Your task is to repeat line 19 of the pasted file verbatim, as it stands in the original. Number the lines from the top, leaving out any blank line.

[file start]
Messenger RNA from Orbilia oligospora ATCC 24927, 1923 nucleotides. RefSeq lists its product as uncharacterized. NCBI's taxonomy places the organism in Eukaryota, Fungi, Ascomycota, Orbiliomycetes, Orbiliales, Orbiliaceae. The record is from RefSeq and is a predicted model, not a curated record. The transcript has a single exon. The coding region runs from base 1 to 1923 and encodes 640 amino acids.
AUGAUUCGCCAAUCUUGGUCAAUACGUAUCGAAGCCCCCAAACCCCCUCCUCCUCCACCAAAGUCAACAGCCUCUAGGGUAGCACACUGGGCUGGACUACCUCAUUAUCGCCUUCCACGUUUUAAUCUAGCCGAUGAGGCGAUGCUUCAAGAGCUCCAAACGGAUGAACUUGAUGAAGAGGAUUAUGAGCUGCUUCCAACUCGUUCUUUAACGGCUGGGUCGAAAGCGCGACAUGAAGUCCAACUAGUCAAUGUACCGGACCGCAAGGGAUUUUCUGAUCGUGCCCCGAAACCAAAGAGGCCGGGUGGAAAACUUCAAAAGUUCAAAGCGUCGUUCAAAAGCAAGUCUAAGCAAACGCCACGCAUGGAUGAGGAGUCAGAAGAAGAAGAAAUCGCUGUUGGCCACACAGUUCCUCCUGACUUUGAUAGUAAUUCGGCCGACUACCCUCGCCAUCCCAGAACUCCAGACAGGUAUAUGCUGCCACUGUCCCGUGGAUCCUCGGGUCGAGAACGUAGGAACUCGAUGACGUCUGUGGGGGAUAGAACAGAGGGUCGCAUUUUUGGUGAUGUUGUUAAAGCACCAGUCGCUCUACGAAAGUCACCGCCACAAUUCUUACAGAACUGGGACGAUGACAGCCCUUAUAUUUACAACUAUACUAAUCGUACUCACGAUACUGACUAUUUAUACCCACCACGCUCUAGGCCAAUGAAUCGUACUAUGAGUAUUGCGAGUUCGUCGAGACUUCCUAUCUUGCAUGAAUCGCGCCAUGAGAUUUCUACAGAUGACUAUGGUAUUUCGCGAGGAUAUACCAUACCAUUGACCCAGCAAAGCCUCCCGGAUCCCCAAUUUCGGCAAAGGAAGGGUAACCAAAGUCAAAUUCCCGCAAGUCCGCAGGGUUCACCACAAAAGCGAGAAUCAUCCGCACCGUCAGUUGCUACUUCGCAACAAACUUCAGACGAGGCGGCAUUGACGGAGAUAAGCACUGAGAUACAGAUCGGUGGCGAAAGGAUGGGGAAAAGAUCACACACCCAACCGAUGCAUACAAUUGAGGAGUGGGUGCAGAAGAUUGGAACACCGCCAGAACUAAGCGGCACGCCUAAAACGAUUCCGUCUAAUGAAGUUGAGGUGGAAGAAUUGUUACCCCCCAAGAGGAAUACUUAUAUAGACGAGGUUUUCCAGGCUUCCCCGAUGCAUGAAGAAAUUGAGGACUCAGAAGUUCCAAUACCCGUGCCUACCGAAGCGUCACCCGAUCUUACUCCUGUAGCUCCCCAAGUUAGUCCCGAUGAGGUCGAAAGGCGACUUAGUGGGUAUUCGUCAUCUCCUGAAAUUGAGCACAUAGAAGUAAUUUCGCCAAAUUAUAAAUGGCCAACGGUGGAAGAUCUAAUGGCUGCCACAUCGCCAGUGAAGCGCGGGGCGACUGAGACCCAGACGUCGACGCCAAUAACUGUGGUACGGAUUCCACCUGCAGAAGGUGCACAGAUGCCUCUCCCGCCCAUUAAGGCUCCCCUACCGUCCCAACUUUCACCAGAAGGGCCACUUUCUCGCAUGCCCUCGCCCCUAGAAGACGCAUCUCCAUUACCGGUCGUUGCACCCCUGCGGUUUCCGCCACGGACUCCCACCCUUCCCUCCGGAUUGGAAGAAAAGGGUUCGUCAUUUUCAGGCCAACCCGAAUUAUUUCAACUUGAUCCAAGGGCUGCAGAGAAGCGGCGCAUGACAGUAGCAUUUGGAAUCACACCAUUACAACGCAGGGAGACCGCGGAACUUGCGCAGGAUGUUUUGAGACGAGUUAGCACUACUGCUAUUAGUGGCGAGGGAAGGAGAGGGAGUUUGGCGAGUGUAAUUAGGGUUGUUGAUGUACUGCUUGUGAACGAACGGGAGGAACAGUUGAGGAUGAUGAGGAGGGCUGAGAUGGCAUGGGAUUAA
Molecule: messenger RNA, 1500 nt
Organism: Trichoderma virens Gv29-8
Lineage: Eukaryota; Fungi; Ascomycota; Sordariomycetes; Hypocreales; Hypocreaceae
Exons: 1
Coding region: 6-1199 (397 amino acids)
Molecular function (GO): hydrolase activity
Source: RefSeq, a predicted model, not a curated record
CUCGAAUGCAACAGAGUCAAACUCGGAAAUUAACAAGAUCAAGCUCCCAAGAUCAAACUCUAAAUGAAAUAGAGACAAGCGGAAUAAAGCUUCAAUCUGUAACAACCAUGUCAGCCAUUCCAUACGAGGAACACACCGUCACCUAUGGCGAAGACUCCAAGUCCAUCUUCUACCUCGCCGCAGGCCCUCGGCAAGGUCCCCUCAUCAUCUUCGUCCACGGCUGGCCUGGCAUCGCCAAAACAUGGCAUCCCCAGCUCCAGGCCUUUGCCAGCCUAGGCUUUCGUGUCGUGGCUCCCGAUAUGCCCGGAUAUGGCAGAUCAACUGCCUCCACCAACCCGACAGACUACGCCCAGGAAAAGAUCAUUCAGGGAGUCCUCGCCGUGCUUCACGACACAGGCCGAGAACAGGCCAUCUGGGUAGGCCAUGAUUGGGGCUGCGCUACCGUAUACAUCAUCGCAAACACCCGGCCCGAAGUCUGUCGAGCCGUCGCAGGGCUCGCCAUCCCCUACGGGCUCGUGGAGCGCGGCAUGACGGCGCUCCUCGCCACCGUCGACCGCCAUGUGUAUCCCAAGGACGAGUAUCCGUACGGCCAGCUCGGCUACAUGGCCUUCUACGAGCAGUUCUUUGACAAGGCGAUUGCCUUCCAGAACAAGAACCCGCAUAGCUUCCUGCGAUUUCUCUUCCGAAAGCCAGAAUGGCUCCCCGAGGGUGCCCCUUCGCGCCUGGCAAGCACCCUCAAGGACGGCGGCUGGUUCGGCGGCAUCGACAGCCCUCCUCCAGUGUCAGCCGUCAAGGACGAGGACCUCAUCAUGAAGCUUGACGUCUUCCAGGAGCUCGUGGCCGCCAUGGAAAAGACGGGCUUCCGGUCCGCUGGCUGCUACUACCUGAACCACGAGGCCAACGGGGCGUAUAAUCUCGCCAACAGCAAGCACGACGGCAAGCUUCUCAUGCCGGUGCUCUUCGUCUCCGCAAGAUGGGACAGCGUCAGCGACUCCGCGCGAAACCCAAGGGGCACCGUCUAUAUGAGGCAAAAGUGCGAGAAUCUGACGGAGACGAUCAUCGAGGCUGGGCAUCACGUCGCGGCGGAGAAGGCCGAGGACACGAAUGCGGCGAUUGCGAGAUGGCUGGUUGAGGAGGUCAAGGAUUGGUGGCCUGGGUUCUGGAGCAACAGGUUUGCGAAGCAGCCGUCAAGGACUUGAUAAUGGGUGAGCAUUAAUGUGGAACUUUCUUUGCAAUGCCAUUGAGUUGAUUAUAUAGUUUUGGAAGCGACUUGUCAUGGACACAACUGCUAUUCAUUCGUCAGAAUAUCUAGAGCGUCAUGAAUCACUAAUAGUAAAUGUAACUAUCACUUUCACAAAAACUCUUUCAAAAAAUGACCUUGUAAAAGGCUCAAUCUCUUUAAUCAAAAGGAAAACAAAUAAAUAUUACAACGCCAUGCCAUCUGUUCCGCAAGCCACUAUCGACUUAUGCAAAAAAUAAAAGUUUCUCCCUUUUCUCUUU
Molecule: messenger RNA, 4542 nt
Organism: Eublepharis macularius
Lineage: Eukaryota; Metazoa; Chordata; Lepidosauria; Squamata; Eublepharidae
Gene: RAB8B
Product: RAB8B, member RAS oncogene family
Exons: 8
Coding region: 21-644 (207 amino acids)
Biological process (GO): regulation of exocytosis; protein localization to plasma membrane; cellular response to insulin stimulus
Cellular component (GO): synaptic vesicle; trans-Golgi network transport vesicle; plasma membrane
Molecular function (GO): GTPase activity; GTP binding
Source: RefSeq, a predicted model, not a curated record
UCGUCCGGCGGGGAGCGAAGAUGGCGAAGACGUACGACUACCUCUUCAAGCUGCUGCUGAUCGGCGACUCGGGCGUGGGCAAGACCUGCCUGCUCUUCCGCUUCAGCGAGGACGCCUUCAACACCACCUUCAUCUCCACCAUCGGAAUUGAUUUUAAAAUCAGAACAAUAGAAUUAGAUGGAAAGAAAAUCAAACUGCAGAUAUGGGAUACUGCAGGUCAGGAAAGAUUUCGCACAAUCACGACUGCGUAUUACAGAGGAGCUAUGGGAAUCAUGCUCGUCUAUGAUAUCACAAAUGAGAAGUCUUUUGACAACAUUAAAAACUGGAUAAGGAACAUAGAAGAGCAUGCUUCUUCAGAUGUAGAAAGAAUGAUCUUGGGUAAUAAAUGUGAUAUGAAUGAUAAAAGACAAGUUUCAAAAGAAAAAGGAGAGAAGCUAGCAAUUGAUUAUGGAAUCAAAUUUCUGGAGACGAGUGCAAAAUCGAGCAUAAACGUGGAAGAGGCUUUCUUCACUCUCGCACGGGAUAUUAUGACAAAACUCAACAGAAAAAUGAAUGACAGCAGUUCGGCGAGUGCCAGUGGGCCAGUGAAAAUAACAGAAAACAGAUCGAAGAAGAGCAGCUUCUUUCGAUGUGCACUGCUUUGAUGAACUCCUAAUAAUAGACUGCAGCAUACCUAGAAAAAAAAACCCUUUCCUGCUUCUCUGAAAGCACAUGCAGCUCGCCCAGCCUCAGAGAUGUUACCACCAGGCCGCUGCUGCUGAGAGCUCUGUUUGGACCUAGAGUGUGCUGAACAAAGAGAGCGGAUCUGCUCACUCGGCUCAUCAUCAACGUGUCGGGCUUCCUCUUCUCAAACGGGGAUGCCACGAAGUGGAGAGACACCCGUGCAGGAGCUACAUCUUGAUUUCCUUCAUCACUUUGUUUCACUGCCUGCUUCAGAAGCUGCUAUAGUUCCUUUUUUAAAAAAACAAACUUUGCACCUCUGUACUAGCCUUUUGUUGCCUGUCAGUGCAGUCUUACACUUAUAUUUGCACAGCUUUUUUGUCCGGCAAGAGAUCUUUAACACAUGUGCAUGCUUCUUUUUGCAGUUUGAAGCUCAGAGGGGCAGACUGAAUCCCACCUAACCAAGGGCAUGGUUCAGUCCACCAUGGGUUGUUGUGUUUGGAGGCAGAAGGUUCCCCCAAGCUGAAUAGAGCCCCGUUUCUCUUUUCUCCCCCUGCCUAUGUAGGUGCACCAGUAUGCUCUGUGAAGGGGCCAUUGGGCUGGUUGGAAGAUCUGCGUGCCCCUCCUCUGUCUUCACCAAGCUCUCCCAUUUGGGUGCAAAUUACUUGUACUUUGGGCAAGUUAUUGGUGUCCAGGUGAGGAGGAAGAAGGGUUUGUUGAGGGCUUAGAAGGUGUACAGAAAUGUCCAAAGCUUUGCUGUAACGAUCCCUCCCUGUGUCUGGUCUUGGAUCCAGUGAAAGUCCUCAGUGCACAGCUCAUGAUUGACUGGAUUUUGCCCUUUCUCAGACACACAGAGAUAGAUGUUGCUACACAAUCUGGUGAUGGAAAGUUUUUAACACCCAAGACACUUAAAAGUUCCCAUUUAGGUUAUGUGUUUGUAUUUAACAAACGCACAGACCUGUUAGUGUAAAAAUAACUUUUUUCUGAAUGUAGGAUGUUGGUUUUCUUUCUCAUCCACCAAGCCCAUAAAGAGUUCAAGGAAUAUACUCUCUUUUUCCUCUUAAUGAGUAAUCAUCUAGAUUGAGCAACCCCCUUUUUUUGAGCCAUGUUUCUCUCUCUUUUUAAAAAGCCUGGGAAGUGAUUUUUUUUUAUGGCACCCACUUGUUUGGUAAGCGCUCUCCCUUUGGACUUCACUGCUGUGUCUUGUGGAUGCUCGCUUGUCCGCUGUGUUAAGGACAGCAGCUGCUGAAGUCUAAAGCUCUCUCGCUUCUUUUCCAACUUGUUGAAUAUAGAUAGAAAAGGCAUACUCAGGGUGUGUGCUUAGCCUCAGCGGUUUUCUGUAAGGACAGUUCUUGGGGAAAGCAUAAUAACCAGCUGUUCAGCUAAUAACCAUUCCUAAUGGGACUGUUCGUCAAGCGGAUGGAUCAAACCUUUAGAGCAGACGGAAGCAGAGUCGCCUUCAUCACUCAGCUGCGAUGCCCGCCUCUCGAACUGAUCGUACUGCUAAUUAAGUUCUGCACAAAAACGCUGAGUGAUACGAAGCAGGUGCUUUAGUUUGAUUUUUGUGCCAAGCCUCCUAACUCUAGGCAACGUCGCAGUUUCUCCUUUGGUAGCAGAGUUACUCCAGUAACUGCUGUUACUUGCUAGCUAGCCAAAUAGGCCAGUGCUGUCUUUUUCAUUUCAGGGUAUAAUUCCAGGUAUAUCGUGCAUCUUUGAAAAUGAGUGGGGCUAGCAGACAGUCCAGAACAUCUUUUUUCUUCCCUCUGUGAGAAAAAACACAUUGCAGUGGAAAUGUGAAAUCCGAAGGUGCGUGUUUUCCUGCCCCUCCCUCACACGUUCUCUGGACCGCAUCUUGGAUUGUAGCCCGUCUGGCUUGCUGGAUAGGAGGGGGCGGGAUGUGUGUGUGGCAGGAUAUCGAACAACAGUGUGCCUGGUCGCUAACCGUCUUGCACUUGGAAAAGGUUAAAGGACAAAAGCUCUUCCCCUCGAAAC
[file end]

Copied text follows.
Cellular component (GO): synaptic vesicle; trans-Golgi network transport vesicle; plasma membrane